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Creating Sustainable Solutions: Students Learn from Environmental Activists Fighting for Justice in Newark’s Ironbound

Field trip provides hands-on experience in developing strategies for New Jersey communities confronting climate change

Posted in: Homepage News, Humanities and Social Sciences, University

Five people stand in a garden.
Anthropology Professor Katherine McCaffrey, far right, emphasizes the importance of listening and learning from communities that are affected by climate issues. “I focus on New Jersey to let the students understand what sustainability means in the state and to help them see the world that we live in,” McCaffrey says.

Krishna Polius, a PhD student in Environmental Science and Management, knows what it means to fight for a cleaner community. A geochemist by training, her experiences include testing drinking water during the crisis in Flint, Michigan, and serving in the AmeriCorps to raise awareness about water quality issues in New Jersey.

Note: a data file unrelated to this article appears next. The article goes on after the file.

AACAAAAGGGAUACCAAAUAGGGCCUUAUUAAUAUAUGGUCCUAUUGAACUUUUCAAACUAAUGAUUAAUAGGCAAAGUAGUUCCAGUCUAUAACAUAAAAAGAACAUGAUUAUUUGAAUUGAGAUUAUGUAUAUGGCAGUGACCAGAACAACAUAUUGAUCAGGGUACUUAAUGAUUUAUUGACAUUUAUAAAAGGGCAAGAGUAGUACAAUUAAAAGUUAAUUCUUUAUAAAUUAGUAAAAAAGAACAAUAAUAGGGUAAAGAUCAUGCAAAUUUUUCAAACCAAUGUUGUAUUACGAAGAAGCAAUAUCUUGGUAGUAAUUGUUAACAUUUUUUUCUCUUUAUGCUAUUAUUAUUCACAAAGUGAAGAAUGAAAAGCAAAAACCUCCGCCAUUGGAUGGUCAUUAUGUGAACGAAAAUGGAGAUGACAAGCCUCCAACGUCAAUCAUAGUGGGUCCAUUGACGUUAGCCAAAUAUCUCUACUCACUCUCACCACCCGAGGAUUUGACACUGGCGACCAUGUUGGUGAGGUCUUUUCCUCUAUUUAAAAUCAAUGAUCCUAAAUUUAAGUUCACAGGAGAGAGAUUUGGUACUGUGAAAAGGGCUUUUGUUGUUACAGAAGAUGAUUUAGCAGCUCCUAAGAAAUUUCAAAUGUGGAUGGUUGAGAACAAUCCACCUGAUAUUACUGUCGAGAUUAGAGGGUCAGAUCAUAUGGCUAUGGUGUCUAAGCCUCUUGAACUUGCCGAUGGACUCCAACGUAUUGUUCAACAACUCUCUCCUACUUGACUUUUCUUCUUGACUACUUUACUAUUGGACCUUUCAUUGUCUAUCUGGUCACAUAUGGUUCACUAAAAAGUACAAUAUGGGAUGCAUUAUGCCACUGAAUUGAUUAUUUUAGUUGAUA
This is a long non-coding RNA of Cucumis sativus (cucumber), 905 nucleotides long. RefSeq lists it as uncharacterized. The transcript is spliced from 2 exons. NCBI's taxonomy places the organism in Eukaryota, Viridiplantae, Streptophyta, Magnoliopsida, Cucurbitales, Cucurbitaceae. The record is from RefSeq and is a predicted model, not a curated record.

Still, she was surprised by what she saw in Newark’s Ironbound and the proximity of polluters to children playing in the streets. “It was startling to me because of the health risks,” she says.

The industrial neighborhood – a concentration of factories and warehouses, a power plant, chemical refineries, the state’s largest garbage incinerator and a Superfund site – has long been the focus of protests and activists dedicated to uplifting this overburdened community of color, continuing a fight for clean air and land.

“The stories we heard of the activism – what’s been, what’s in the works, what’s going on – that aspect gave us hope,” adds Leanna Sanchez ’22, who joined Polius and other students in a Montclair State University Anthropology class for a tour around the Ironbound.

A plane flying over industrial facilities and bare fields.
A plane flies over the Ironbound section of Newark, New Jersey, where industrial facilities dominate the landscape. Down Bottom Farms, a community garden built on raised beds sits on top of an industrial brownfield and offers a hopeful vision of a healthy future.

Despite all odds, change has happened. Led by the Ironbound Community Corporation, environmental justice and social service programs, including early childhood and after-school enrichment, empower the low-income community – with its garden, Down Bottom Farms, proof that transformative change is possible.